The hole below the water line in the hull of the independence movement’s unity was glaringly obvious prior to the vote in Barcelona’s provincial authority, yet the violinist played on to keep up the appearance of stability as the water level kept rising. Now that JxCat and ERC’s municipal pacts are out of the way, the positions have become more clear. The various actors have spotted their own lifeboat and are trying to set a new course that will take them through snap elections in Catalonia. Today the alleged unity of the independence movement has fragmented into a myriad of parties, currents, cliques and personal ambitions, with a low-profile government holding down the fort as the last line of resistance.
The call on the pro-independence parties to unite gave rise to the Junts pel Sí coalition that won the elections of 27 September 2015 with 62 seats and 39.59 per cent of the ballot (1.6m votes), although they fell short of the mark required to validate the 18-month independence plan pledged in their coalition’s manifesto. It was then that far-left CUP became kingmaker and pushed Artur Mas out of the picture, which led to Carles Puigdemont’s election as president. They proceeded to set sail for the referendum on independence with a disparate crew, but the pro-independence majority in parliament still managed to approve the budget and call the vote. A majority in Junts pel Sí realised that it would not be recognised internationally, but they felt that the referendum would send a powerful message of citizen sovereignty which Madrid and Europe would be not able to ignore. The vote on 1 October 2017 was a civil disobedience success on the part of the 2.3m citizens who turned out to vote and assert their political rights but, above all, it was an outrageous manifestation of the shortcomings of Spanish democracy and it attested to the sort of violence and discredit Madrid was prepared to withstand in order to thwart Catalonia’s independence bid. Then came the short-lived proclamation of independence on September 27 (after the Catalan president very nearly called a snap election), followed by silence, exile, mutual finger-pointing —still ongoing— and the reaction of 21 December, when Catalan elections were held under Madrid’s direct rule. The encore to this eventful spell is a judicial shambles and the repression that keeps social and political leaders in jail or exiled. We have witnessed a string of preposterous, abusive decisions that violate the separation of powers in Spain and have propped up the pro-independence parties in the face of arbitrary power and their struggle to acknowledge their own mistakes.
Today, ahead of another extremely serious decision that should presumably prompt a joint reaction by the independence movement, the political parties and civil society groups are all faced with their own contradictions: protecting their individual interests, following their survival instinct and struggling to come up with a joint response to the verdict, now that it is blatantly obvious that the calls to unity ring hollow.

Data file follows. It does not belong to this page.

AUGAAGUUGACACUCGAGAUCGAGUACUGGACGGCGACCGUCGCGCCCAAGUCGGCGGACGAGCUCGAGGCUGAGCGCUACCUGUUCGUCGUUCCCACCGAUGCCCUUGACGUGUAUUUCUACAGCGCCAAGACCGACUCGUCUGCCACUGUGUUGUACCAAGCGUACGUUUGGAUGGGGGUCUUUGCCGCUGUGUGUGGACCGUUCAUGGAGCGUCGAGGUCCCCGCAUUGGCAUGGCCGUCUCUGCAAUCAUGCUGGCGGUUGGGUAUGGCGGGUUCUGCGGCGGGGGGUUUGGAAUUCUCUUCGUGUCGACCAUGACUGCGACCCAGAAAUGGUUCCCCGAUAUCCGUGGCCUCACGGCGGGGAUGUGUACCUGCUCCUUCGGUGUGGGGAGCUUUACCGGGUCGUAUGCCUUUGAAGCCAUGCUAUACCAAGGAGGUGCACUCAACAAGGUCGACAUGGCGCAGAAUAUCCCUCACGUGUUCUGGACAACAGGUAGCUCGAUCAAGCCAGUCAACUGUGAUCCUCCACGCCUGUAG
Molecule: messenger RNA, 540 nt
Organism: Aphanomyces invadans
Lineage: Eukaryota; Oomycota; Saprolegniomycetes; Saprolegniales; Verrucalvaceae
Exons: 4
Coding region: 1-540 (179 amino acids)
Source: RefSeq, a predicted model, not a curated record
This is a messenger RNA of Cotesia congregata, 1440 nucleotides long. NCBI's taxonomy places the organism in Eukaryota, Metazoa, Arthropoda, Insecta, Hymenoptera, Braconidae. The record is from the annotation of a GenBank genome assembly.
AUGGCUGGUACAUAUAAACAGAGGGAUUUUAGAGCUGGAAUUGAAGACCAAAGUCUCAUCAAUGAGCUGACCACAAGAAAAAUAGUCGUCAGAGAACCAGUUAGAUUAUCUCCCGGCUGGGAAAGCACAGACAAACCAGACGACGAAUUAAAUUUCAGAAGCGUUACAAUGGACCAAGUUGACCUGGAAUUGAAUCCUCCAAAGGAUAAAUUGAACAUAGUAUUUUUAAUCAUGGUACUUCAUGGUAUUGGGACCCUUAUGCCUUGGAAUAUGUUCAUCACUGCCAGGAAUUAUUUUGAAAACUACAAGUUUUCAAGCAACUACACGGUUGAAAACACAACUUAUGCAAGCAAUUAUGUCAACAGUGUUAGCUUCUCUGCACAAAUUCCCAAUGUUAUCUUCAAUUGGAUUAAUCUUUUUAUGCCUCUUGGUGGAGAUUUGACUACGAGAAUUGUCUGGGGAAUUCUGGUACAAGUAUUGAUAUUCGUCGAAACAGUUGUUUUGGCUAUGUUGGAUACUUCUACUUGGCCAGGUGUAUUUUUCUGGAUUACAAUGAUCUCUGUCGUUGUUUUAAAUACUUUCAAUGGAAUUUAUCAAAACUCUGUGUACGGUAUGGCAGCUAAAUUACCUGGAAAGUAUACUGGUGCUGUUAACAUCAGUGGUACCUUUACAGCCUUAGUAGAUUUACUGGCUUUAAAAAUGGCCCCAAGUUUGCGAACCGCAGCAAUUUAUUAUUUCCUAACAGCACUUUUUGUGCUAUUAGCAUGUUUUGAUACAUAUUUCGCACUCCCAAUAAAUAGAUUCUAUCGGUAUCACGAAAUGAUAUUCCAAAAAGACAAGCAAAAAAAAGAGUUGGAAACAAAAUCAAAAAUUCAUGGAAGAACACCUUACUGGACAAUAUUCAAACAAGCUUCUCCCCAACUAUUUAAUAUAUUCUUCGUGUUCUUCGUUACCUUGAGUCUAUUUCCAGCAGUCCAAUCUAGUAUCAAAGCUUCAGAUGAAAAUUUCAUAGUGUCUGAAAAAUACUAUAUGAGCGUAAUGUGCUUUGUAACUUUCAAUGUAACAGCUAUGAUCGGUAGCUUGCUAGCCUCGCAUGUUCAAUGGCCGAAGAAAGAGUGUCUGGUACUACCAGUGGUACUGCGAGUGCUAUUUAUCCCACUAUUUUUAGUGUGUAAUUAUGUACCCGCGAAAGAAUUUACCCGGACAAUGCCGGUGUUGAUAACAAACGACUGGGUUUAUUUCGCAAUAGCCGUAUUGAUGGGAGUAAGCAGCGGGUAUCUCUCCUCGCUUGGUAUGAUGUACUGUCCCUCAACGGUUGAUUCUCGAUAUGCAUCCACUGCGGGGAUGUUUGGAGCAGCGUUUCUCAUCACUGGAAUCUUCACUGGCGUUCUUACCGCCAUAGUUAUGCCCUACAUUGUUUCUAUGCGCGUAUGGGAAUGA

The JxCat’s rebuilding process coupled with the heft and instinct of its mayors were instrumental to David Bonvehí’s decision [to strike a deal with the socialist party in Barcelona’s provincial authority]. Even though president Puigdemont and president Torra were uncomfortable with it, which at one point nearly jeopardised the talks, the pact had the political blessing of both leaders.
On the plus side, JxCat’s agreement with the socialist party has started a new cycle and brought the PSC out of its ostracism. There is no doubt that hot-headed politics would justify isolating and denouncing the parties that endorsed Madrid’s direct rule, but rational politics must focus on the primary objective of proving wrong those who claim that Catalan society is split down the middle and are striving to turn Catalonia into an Ulster of sorts. Any political or economic move that encouraged a sectarian divide in Catalan society would be an act of irresponsibility that would lead to positional warfare, thus shrinking the support base for independence and undermining peaceful coexistence.
JxCat and ERC are worked up about who gets the upper hand in Catalan politics. In these circumstances, they should be able to agree on a shared course of action for the post-verdict scenario, one that is credible for a grown-up electorate who have drawn their own conclusions about how the 2017 independence bid was managed.
Nowadays, the key elements that hold together the pro-independence movement are the political prisoners, the exiles and Madrid’s inability to put forward a democratic, political response to a popular demand that —despite all the disappointment— has become electorally resilient and demonstrated an outstanding ability to rally the Catalan people.
With the government parties’ eyes set on a snap election —and well aware that a cycle has ended and a new one must commence—, the main organisation that can channel the people’s response is Òmnium Cultural thanks to its significant heft and non-partisan nature. Once again, the verdict might bring together all independence supporters, but fresh elections are looming and the political parties clearly need to update their policies and the road map to achieve their strategic goals in a responsible, realistic manner.